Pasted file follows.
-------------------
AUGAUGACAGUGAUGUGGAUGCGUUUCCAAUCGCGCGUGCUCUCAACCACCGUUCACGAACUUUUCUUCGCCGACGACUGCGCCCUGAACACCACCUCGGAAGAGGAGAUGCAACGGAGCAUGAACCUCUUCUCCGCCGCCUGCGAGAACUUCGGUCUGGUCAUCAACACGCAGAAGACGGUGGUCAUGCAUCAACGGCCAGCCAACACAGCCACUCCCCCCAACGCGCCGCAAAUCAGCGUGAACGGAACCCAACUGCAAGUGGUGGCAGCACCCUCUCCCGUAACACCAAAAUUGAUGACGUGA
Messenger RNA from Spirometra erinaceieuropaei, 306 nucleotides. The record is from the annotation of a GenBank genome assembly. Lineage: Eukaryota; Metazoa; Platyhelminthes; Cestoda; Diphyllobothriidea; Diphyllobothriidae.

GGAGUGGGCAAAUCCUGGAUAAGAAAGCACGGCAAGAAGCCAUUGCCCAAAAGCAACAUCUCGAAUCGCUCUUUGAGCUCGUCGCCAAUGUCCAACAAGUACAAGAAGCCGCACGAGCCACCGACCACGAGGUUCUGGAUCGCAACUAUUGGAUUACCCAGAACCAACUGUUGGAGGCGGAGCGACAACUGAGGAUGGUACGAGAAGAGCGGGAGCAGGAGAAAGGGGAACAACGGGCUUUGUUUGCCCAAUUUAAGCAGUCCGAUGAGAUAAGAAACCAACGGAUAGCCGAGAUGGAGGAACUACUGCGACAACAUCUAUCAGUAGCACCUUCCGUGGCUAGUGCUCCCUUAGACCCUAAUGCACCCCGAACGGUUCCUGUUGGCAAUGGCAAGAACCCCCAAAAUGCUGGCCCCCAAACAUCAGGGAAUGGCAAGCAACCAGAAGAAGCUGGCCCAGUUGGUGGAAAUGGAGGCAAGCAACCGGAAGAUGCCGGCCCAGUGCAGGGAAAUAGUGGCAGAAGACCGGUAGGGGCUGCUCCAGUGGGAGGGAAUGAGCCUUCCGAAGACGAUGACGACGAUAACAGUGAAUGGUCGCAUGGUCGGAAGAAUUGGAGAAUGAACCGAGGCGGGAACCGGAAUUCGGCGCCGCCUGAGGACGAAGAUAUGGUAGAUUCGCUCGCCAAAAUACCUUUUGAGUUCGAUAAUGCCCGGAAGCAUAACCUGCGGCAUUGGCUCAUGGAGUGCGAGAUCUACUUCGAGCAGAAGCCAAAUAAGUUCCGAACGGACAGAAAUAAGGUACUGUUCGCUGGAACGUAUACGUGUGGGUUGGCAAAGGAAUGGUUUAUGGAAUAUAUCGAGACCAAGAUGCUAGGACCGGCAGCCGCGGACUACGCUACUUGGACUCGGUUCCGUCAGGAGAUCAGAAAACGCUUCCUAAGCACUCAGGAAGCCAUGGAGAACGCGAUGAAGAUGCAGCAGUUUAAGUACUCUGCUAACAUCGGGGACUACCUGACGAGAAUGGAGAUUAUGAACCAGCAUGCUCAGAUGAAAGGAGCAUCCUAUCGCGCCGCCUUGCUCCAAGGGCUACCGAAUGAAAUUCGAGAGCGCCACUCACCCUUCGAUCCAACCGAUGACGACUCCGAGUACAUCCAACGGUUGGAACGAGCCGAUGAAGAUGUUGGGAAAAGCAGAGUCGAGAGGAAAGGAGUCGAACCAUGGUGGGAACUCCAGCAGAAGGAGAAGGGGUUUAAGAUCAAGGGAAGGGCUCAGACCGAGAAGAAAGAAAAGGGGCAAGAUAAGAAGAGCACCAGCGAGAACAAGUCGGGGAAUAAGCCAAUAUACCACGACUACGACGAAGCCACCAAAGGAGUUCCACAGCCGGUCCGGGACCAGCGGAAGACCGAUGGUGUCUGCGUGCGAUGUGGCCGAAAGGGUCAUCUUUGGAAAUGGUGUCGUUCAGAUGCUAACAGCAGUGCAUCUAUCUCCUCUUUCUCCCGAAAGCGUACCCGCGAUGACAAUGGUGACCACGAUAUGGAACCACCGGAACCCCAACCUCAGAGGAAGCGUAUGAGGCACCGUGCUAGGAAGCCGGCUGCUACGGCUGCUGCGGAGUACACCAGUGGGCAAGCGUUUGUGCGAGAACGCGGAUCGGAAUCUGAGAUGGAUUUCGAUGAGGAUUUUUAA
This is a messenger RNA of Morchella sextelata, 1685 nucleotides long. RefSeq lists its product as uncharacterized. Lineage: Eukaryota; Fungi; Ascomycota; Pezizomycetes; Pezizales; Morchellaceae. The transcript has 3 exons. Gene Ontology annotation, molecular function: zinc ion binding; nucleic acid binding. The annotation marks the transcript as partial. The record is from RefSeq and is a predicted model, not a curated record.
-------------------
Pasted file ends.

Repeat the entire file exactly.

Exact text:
AUGAUGACAGUGAUGUGGAUGCGUUUCCAAUCGCGCGUGCUCUCAACCACCGUUCACGAACUUUUCUUCGCCGACGACUGCGCCCUGAACACCACCUCGGAAGAGGAGAUGCAACGGAGCAUGAACCUCUUCUCCGCCGCCUGCGAGAACUUCGGUCUGGUCAUCAACACGCAGAAGACGGUGGUCAUGCAUCAACGGCCAGCCAACACAGCCACUCCCCCCAACGCGCCGCAAAUCAGCGUGAACGGAACCCAACUGCAAGUGGUGGCAGCACCCUCUCCCGUAACACCAAAAUUGAUGACGUGA
Messenger RNA from Spirometra erinaceieuropaei, 306 nucleotides. The record is from the annotation of a GenBank genome assembly. Lineage: Eukaryota; Metazoa; Platyhelminthes; Cestoda; Diphyllobothriidea; Diphyllobothriidae.

GGAGUGGGCAAAUCCUGGAUAAGAAAGCACGGCAAGAAGCCAUUGCCCAAAAGCAACAUCUCGAAUCGCUCUUUGAGCUCGUCGCCAAUGUCCAACAAGUACAAGAAGCCGCACGAGCCACCGACCACGAGGUUCUGGAUCGCAACUAUUGGAUUACCCAGAACCAACUGUUGGAGGCGGAGCGACAACUGAGGAUGGUACGAGAAGAGCGGGAGCAGGAGAAAGGGGAACAACGGGCUUUGUUUGCCCAAUUUAAGCAGUCCGAUGAGAUAAGAAACCAACGGAUAGCCGAGAUGGAGGAACUACUGCGACAACAUCUAUCAGUAGCACCUUCCGUGGCUAGUGCUCCCUUAGACCCUAAUGCACCCCGAACGGUUCCUGUUGGCAAUGGCAAGAACCCCCAAAAUGCUGGCCCCCAAACAUCAGGGAAUGGCAAGCAACCAGAAGAAGCUGGCCCAGUUGGUGGAAAUGGAGGCAAGCAACCGGAAGAUGCCGGCCCAGUGCAGGGAAAUAGUGGCAGAAGACCGGUAGGGGCUGCUCCAGUGGGAGGGAAUGAGCCUUCCGAAGACGAUGACGACGAUAACAGUGAAUGGUCGCAUGGUCGGAAGAAUUGGAGAAUGAACCGAGGCGGGAACCGGAAUUCGGCGCCGCCUGAGGACGAAGAUAUGGUAGAUUCGCUCGCCAAAAUACCUUUUGAGUUCGAUAAUGCCCGGAAGCAUAACCUGCGGCAUUGGCUCAUGGAGUGCGAGAUCUACUUCGAGCAGAAGCCAAAUAAGUUCCGAACGGACAGAAAUAAGGUACUGUUCGCUGGAACGUAUACGUGUGGGUUGGCAAAGGAAUGGUUUAUGGAAUAUAUCGAGACCAAGAUGCUAGGACCGGCAGCCGCGGACUACGCUACUUGGACUCGGUUCCGUCAGGAGAUCAGAAAACGCUUCCUAAGCACUCAGGAAGCCAUGGAGAACGCGAUGAAGAUGCAGCAGUUUAAGUACUCUGCUAACAUCGGGGACUACCUGACGAGAAUGGAGAUUAUGAACCAGCAUGCUCAGAUGAAAGGAGCAUCCUAUCGCGCCGCCUUGCUCCAAGGGCUACCGAAUGAAAUUCGAGAGCGCCACUCACCCUUCGAUCCAACCGAUGACGACUCCGAGUACAUCCAACGGUUGGAACGAGCCGAUGAAGAUGUUGGGAAAAGCAGAGUCGAGAGGAAAGGAGUCGAACCAUGGUGGGAACUCCAGCAGAAGGAGAAGGGGUUUAAGAUCAAGGGAAGGGCUCAGACCGAGAAGAAAGAAAAGGGGCAAGAUAAGAAGAGCACCAGCGAGAACAAGUCGGGGAAUAAGCCAAUAUACCACGACUACGACGAAGCCACCAAAGGAGUUCCACAGCCGGUCCGGGACCAGCGGAAGACCGAUGGUGUCUGCGUGCGAUGUGGCCGAAAGGGUCAUCUUUGGAAAUGGUGUCGUUCAGAUGCUAACAGCAGUGCAUCUAUCUCCUCUUUCUCCCGAAAGCGUACCCGCGAUGACAAUGGUGACCACGAUAUGGAACCACCGGAACCCCAACCUCAGAGGAAGCGUAUGAGGCACCGUGCUAGGAAGCCGGCUGCUACGGCUGCUGCGGAGUACACCAGUGGGCAAGCGUUUGUGCGAGAACGCGGAUCGGAAUCUGAGAUGGAUUUCGAUGAGGAUUUUUAA
This is a messenger RNA of Morchella sextelata, 1685 nucleotides long. RefSeq lists its product as uncharacterized. Lineage: Eukaryota; Fungi; Ascomycota; Pezizomycetes; Pezizales; Morchellaceae. The transcript has 3 exons. Gene Ontology annotation, molecular function: zinc ion binding; nucleic acid binding. The annotation marks the transcript as partial. The record is from RefSeq and is a predicted model, not a curated record.